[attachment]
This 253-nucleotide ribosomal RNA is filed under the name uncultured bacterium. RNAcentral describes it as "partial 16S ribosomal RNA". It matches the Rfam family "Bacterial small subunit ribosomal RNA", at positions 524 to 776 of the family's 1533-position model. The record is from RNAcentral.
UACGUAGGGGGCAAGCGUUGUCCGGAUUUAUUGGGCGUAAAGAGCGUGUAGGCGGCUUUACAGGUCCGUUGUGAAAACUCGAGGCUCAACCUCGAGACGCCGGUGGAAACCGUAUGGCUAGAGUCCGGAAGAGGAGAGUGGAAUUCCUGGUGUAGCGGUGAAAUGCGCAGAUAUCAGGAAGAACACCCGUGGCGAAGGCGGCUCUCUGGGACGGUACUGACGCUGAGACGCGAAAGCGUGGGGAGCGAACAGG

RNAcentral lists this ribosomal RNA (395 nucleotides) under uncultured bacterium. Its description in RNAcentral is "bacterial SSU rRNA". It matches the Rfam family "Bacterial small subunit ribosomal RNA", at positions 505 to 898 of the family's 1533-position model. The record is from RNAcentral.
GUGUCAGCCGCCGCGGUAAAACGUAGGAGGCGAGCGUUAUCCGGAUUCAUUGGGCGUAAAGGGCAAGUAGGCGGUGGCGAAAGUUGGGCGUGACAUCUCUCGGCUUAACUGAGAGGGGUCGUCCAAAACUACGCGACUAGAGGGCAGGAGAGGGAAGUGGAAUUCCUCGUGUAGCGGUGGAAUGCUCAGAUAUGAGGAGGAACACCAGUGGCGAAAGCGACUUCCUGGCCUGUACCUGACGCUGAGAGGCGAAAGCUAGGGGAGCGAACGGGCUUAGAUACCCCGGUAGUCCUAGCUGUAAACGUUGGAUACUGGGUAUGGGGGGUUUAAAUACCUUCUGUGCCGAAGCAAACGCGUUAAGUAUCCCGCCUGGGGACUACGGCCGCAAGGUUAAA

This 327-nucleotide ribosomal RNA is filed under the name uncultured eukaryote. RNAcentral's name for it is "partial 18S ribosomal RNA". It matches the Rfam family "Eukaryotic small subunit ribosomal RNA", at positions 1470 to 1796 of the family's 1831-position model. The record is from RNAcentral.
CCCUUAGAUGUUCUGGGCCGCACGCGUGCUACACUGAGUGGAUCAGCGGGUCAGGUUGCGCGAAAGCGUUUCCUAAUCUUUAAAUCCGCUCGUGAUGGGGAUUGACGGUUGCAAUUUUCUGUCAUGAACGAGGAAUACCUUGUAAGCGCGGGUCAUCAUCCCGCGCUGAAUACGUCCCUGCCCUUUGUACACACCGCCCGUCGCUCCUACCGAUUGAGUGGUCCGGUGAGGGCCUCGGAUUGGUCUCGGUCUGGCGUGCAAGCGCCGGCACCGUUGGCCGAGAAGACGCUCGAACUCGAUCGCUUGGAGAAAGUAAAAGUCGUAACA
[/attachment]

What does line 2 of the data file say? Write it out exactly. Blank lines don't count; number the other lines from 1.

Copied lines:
UACGUAGGGGGCAAGCGUUGUCCGGAUUUAUUGGGCGUAAAGAGCGUGUAGGCGGCUUUACAGGUCCGUUGUGAAAACUCGAGGCUCAACCUCGAGACGCCGGUGGAAACCGUAUGGCUAGAGUCCGGAAGAGGAGAGUGGAAUUCCUGGUGUAGCGGUGAAAUGCGCAGAUAUCAGGAAGAACACCCGUGGCGAAGGCGGCUCUCUGGGACGGUACUGACGCUGAGACGCGAAAGCGUGGGGAGCGAACAGG